• [0006]
    In order to improve the hot carrier immunity characteristics and the electrostatic breakdown voltage characteristics, a gate insulating layer made of a double structure of silicon oxide (SiO2) and silicon nitride (Si3N4) has been suggested. This will be explained later in detail.
  • [0007]
    In a MOS transistor including a SiO2/Si3N4 gate insulating layer, however, since there are weak bonds of Si—H in the gate insulating layer so that the number of electron traps therein is increased, the hot carrier immunity characteristics are deteriorated. Also, since interface states are induced by the small freedom of Si—N—Si bonds, a threshold voltage and an ON-current (drive current) greatly fluctuate. Further, since physical stress and crystal defects such as dangling bonds are generated due to the double structure SiO2/Si3N4, the lifetime is decreased and the reliability is deteriorated.
  • [0008]
    Note that JP-A-10-163197 discloses a silicon nitride gate insulating layer grown by using nitrogen in a single atom form generated by thermal dissociation. As a result, no bonds of Si—H are included in the gate insulating layer. In JP-A-10-163197, however, there are Si—N bonds having a small freedom in the gate insulating layer, so that a threshold voltage and an ON-current greatly fluctuate.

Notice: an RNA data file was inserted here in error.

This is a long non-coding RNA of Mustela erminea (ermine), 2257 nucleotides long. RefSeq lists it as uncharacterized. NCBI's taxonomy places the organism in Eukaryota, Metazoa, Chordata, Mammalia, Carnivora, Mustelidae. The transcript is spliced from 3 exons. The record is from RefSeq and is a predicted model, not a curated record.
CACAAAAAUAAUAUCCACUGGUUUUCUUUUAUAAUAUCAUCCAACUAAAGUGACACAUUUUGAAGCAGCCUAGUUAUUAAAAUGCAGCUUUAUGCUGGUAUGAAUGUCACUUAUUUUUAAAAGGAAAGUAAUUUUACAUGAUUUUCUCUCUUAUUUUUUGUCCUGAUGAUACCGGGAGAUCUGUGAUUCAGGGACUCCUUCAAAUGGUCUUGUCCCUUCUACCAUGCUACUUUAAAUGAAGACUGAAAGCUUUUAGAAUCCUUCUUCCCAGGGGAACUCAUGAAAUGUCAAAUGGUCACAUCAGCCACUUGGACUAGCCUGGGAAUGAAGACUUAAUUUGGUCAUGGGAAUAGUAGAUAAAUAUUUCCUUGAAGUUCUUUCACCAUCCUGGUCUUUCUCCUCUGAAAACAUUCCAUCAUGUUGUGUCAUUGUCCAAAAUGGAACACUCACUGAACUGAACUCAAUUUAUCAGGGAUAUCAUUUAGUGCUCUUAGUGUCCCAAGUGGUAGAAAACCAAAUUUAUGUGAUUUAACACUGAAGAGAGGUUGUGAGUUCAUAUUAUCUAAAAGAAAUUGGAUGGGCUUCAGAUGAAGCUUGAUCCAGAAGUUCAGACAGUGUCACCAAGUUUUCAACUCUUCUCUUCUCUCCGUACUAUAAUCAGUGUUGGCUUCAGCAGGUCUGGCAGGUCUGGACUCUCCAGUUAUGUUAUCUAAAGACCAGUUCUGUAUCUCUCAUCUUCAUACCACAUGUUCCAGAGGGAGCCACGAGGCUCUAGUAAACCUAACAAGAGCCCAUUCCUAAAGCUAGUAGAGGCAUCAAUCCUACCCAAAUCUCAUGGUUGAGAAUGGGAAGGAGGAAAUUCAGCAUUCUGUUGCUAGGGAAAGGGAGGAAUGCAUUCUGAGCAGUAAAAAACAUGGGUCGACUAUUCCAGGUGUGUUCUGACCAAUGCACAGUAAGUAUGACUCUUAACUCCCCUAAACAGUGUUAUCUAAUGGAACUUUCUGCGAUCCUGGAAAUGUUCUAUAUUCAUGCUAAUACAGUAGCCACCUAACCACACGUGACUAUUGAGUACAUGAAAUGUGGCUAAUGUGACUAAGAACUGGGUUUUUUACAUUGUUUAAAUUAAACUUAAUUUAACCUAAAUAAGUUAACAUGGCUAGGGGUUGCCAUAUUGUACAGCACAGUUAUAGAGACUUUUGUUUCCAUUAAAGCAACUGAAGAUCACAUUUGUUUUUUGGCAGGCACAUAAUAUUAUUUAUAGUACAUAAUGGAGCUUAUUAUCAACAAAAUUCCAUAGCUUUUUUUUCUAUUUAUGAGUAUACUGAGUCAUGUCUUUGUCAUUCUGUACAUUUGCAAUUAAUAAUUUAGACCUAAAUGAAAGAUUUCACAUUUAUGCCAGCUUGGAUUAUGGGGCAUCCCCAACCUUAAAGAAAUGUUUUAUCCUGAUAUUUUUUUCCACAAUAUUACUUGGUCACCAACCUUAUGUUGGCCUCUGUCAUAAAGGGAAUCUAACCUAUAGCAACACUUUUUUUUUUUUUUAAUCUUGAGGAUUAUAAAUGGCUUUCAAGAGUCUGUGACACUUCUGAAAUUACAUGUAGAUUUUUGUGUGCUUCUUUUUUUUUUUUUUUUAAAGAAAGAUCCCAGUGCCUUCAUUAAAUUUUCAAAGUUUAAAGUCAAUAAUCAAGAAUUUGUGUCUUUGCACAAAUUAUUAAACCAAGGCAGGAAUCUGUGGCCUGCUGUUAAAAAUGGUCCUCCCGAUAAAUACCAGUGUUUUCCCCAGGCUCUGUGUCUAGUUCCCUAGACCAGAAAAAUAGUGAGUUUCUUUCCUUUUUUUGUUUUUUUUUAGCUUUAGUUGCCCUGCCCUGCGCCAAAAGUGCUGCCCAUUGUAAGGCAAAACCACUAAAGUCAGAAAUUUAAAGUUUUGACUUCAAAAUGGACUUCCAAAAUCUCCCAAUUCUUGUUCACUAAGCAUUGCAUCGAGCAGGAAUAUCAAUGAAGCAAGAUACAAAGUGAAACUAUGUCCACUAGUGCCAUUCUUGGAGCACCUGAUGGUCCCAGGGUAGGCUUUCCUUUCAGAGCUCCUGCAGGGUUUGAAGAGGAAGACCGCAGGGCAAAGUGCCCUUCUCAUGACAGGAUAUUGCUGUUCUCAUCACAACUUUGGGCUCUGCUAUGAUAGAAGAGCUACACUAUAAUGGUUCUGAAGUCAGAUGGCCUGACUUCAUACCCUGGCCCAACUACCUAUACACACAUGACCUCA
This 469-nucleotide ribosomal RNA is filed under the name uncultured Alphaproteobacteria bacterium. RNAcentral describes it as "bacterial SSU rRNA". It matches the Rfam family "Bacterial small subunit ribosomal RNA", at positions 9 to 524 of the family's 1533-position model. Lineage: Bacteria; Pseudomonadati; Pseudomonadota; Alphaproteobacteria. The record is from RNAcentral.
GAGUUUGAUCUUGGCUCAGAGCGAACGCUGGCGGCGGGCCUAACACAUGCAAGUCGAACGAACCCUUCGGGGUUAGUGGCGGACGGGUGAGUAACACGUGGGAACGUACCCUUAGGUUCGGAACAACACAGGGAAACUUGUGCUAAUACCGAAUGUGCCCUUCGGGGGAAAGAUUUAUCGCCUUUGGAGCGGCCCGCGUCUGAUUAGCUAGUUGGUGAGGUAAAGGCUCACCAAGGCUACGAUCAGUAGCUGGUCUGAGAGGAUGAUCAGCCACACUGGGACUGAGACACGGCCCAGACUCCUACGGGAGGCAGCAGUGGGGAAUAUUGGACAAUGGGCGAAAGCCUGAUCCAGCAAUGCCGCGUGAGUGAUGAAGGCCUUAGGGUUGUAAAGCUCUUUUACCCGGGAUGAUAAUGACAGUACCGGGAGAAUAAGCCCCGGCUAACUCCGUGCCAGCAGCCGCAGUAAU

• SUMMARY OF THE INVENTION
  • [0009]
    It is an object of the present invention to provide a semiconductor device having a gate insulating layer excluding Si—H bonds and suppressing distorted Si—N—Si bonds, physical stress and crystal defects therein.
  • [0010]
    According to the present invention, in a semiconductor device including a semiconductor substrate and a gate electrode layer, a single silicon oxide nitride (SiON) layer is sandwiched by the semiconductor substrate and the gate electrode layer.
  • BRIEF DESCRIPTION OF THE DRAWINGS
  • [0011]
    The present invention will be more clearly understood from the description set forth below, as compared with the prior art, with reference to the accompanying drawings, wherein:
  • [0012]
    [0012]FIGS. 1A through 1K are cross-sectional views for explaining a prior art method for manufacturing a semiconductor device;
  • [0013]
    [0013]FIG. 2 is a graph showing the atom concentration of the gate insulating layer of FIG. 1K;
  • [0014]
    [0014]FIG. 3 is a diagram showing the structure of the gate insulating layer of FIG. 1K;
  • [0015]
    [0015]FIG. 4 is a diagram showing the structure of the silicon nitride layer of FIG. 1K;
  • [0016]
    [0016]FIGS. 5A and 5B are cross-sectional views for explaining the hot carrier characteristics of an N-channel MOS transistor;
  • [0017]
    [0017]FIG. 6 is a graph showing the ON-current deviation characteristics of the MOS transistor of FIG. 1K;
  • [0018]
    [0018]FIG. 7 is a graph showing the flat band voltage characteristics of the MOS transistor of FIG. 1K;